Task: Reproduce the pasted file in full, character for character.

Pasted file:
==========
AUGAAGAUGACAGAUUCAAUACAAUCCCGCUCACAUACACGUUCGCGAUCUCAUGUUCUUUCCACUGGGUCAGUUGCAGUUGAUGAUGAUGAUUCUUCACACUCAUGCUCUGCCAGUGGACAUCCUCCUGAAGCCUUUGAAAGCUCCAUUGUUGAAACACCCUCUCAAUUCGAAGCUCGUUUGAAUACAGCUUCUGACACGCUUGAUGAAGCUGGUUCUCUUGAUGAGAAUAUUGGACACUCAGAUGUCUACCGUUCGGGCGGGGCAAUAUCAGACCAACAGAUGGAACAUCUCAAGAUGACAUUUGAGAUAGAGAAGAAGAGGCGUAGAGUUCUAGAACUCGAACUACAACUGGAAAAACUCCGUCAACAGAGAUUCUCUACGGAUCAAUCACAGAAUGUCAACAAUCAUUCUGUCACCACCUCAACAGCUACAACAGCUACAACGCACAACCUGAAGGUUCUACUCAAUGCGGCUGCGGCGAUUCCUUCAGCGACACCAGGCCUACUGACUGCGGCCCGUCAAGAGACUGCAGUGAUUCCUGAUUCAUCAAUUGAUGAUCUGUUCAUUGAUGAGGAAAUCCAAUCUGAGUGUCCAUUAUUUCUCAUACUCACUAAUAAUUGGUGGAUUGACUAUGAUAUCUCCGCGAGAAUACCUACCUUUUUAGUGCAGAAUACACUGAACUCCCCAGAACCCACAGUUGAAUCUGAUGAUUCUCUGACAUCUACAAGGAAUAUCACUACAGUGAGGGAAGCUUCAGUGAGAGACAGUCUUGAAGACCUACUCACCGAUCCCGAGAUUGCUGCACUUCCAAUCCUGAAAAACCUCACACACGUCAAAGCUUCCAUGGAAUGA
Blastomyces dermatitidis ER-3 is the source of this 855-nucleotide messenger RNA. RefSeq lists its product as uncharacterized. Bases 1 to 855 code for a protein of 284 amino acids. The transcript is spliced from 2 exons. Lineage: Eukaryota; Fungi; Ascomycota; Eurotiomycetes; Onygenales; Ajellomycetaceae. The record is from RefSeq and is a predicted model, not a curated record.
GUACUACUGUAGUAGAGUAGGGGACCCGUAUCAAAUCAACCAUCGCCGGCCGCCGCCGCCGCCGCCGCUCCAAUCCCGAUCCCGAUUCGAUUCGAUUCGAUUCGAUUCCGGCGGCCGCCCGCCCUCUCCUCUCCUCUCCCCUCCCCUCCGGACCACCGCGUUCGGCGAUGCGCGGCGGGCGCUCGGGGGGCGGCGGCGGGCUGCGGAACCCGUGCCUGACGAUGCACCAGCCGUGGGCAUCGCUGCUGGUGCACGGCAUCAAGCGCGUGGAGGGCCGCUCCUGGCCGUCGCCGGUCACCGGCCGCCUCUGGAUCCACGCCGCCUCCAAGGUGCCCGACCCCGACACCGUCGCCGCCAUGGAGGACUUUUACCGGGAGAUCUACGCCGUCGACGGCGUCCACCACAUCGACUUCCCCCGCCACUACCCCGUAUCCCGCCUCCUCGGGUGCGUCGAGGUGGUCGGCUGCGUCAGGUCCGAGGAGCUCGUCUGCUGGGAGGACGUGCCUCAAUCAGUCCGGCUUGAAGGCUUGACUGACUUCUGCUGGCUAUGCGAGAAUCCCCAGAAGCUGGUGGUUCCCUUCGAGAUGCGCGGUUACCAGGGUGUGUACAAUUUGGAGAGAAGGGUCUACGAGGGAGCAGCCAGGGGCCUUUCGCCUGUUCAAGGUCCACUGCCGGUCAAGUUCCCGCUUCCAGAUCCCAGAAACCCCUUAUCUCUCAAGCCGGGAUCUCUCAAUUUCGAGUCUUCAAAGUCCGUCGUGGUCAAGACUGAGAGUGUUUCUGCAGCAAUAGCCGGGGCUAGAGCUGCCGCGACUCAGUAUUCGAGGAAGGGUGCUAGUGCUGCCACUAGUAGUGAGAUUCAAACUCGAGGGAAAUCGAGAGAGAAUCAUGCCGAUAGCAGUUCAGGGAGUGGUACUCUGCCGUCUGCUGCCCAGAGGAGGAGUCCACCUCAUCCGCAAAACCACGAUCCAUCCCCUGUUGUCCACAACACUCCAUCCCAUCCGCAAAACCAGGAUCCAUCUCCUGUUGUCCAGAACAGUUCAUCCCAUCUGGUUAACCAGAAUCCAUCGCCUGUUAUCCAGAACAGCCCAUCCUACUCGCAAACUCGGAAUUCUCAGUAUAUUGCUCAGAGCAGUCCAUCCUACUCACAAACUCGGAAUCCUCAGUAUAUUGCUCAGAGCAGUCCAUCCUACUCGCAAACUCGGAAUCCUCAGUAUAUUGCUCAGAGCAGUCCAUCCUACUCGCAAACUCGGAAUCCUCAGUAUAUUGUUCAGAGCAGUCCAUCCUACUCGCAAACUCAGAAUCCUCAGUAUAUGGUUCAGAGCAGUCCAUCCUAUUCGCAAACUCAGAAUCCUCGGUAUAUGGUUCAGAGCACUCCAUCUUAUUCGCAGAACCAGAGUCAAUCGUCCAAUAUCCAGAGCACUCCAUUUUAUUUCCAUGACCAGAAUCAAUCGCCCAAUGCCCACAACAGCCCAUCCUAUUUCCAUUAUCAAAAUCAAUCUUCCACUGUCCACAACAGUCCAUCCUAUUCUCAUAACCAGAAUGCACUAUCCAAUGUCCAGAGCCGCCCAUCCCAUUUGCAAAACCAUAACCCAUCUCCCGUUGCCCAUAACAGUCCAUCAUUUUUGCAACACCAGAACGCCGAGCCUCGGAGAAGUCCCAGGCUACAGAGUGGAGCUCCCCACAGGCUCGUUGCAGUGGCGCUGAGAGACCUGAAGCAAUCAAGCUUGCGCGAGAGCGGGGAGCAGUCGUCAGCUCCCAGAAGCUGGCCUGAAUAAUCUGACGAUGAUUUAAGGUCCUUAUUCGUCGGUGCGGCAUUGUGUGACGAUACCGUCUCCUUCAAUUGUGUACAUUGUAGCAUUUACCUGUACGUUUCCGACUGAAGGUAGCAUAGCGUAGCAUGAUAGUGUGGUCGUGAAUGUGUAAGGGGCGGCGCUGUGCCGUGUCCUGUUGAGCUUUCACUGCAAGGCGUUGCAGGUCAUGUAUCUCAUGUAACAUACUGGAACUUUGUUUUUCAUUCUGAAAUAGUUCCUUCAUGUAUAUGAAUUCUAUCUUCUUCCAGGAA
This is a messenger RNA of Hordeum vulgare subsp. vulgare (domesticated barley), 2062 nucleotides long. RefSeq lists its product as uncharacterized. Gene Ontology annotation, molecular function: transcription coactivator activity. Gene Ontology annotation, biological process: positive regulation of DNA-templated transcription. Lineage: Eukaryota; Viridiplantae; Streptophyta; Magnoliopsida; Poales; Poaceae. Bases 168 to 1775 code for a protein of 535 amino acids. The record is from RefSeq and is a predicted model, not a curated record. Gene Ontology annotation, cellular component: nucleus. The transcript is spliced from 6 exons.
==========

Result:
AUGAAGAUGACAGAUUCAAUACAAUCCCGCUCACAUACACGUUCGCGAUCUCAUGUUCUUUCCACUGGGUCAGUUGCAGUUGAUGAUGAUGAUUCUUCACACUCAUGCUCUGCCAGUGGACAUCCUCCUGAAGCCUUUGAAAGCUCCAUUGUUGAAACACCCUCUCAAUUCGAAGCUCGUUUGAAUACAGCUUCUGACACGCUUGAUGAAGCUGGUUCUCUUGAUGAGAAUAUUGGACACUCAGAUGUCUACCGUUCGGGCGGGGCAAUAUCAGACCAACAGAUGGAACAUCUCAAGAUGACAUUUGAGAUAGAGAAGAAGAGGCGUAGAGUUCUAGAACUCGAACUACAACUGGAAAAACUCCGUCAACAGAGAUUCUCUACGGAUCAAUCACAGAAUGUCAACAAUCAUUCUGUCACCACCUCAACAGCUACAACAGCUACAACGCACAACCUGAAGGUUCUACUCAAUGCGGCUGCGGCGAUUCCUUCAGCGACACCAGGCCUACUGACUGCGGCCCGUCAAGAGACUGCAGUGAUUCCUGAUUCAUCAAUUGAUGAUCUGUUCAUUGAUGAGGAAAUCCAAUCUGAGUGUCCAUUAUUUCUCAUACUCACUAAUAAUUGGUGGAUUGACUAUGAUAUCUCCGCGAGAAUACCUACCUUUUUAGUGCAGAAUACACUGAACUCCCCAGAACCCACAGUUGAAUCUGAUGAUUCUCUGACAUCUACAAGGAAUAUCACUACAGUGAGGGAAGCUUCAGUGAGAGACAGUCUUGAAGACCUACUCACCGAUCCCGAGAUUGCUGCACUUCCAAUCCUGAAAAACCUCACACACGUCAAAGCUUCCAUGGAAUGA
Blastomyces dermatitidis ER-3 is the source of this 855-nucleotide messenger RNA. RefSeq lists its product as uncharacterized. Bases 1 to 855 code for a protein of 284 amino acids. The transcript is spliced from 2 exons. Lineage: Eukaryota; Fungi; Ascomycota; Eurotiomycetes; Onygenales; Ajellomycetaceae. The record is from RefSeq and is a predicted model, not a curated record.
GUACUACUGUAGUAGAGUAGGGGACCCGUAUCAAAUCAACCAUCGCCGGCCGCCGCCGCCGCCGCCGCUCCAAUCCCGAUCCCGAUUCGAUUCGAUUCGAUUCGAUUCCGGCGGCCGCCCGCCCUCUCCUCUCCUCUCCCCUCCCCUCCGGACCACCGCGUUCGGCGAUGCGCGGCGGGCGCUCGGGGGGCGGCGGCGGGCUGCGGAACCCGUGCCUGACGAUGCACCAGCCGUGGGCAUCGCUGCUGGUGCACGGCAUCAAGCGCGUGGAGGGCCGCUCCUGGCCGUCGCCGGUCACCGGCCGCCUCUGGAUCCACGCCGCCUCCAAGGUGCCCGACCCCGACACCGUCGCCGCCAUGGAGGACUUUUACCGGGAGAUCUACGCCGUCGACGGCGUCCACCACAUCGACUUCCCCCGCCACUACCCCGUAUCCCGCCUCCUCGGGUGCGUCGAGGUGGUCGGCUGCGUCAGGUCCGAGGAGCUCGUCUGCUGGGAGGACGUGCCUCAAUCAGUCCGGCUUGAAGGCUUGACUGACUUCUGCUGGCUAUGCGAGAAUCCCCAGAAGCUGGUGGUUCCCUUCGAGAUGCGCGGUUACCAGGGUGUGUACAAUUUGGAGAGAAGGGUCUACGAGGGAGCAGCCAGGGGCCUUUCGCCUGUUCAAGGUCCACUGCCGGUCAAGUUCCCGCUUCCAGAUCCCAGAAACCCCUUAUCUCUCAAGCCGGGAUCUCUCAAUUUCGAGUCUUCAAAGUCCGUCGUGGUCAAGACUGAGAGUGUUUCUGCAGCAAUAGCCGGGGCUAGAGCUGCCGCGACUCAGUAUUCGAGGAAGGGUGCUAGUGCUGCCACUAGUAGUGAGAUUCAAACUCGAGGGAAAUCGAGAGAGAAUCAUGCCGAUAGCAGUUCAGGGAGUGGUACUCUGCCGUCUGCUGCCCAGAGGAGGAGUCCACCUCAUCCGCAAAACCACGAUCCAUCCCCUGUUGUCCACAACACUCCAUCCCAUCCGCAAAACCAGGAUCCAUCUCCUGUUGUCCAGAACAGUUCAUCCCAUCUGGUUAACCAGAAUCCAUCGCCUGUUAUCCAGAACAGCCCAUCCUACUCGCAAACUCGGAAUUCUCAGUAUAUUGCUCAGAGCAGUCCAUCCUACUCACAAACUCGGAAUCCUCAGUAUAUUGCUCAGAGCAGUCCAUCCUACUCGCAAACUCGGAAUCCUCAGUAUAUUGCUCAGAGCAGUCCAUCCUACUCGCAAACUCGGAAUCCUCAGUAUAUUGUUCAGAGCAGUCCAUCCUACUCGCAAACUCAGAAUCCUCAGUAUAUGGUUCAGAGCAGUCCAUCCUAUUCGCAAACUCAGAAUCCUCGGUAUAUGGUUCAGAGCACUCCAUCUUAUUCGCAGAACCAGAGUCAAUCGUCCAAUAUCCAGAGCACUCCAUUUUAUUUCCAUGACCAGAAUCAAUCGCCCAAUGCCCACAACAGCCCAUCCUAUUUCCAUUAUCAAAAUCAAUCUUCCACUGUCCACAACAGUCCAUCCUAUUCUCAUAACCAGAAUGCACUAUCCAAUGUCCAGAGCCGCCCAUCCCAUUUGCAAAACCAUAACCCAUCUCCCGUUGCCCAUAACAGUCCAUCAUUUUUGCAACACCAGAACGCCGAGCCUCGGAGAAGUCCCAGGCUACAGAGUGGAGCUCCCCACAGGCUCGUUGCAGUGGCGCUGAGAGACCUGAAGCAAUCAAGCUUGCGCGAGAGCGGGGAGCAGUCGUCAGCUCCCAGAAGCUGGCCUGAAUAAUCUGACGAUGAUUUAAGGUCCUUAUUCGUCGGUGCGGCAUUGUGUGACGAUACCGUCUCCUUCAAUUGUGUACAUUGUAGCAUUUACCUGUACGUUUCCGACUGAAGGUAGCAUAGCGUAGCAUGAUAGUGUGGUCGUGAAUGUGUAAGGGGCGGCGCUGUGCCGUGUCCUGUUGAGCUUUCACUGCAAGGCGUUGCAGGUCAUGUAUCUCAUGUAACAUACUGGAACUUUGUUUUUCAUUCUGAAAUAGUUCCUUCAUGUAUAUGAAUUCUAUCUUCUUCCAGGAA
This is a messenger RNA of Hordeum vulgare subsp. vulgare (domesticated barley), 2062 nucleotides long. RefSeq lists its product as uncharacterized. Gene Ontology annotation, molecular function: transcription coactivator activity. Gene Ontology annotation, biological process: positive regulation of DNA-templated transcription. Lineage: Eukaryota; Viridiplantae; Streptophyta; Magnoliopsida; Poales; Poaceae. Bases 168 to 1775 code for a protein of 535 amino acids. The record is from RefSeq and is a predicted model, not a curated record. Gene Ontology annotation, cellular component: nucleus. The transcript is spliced from 6 exons.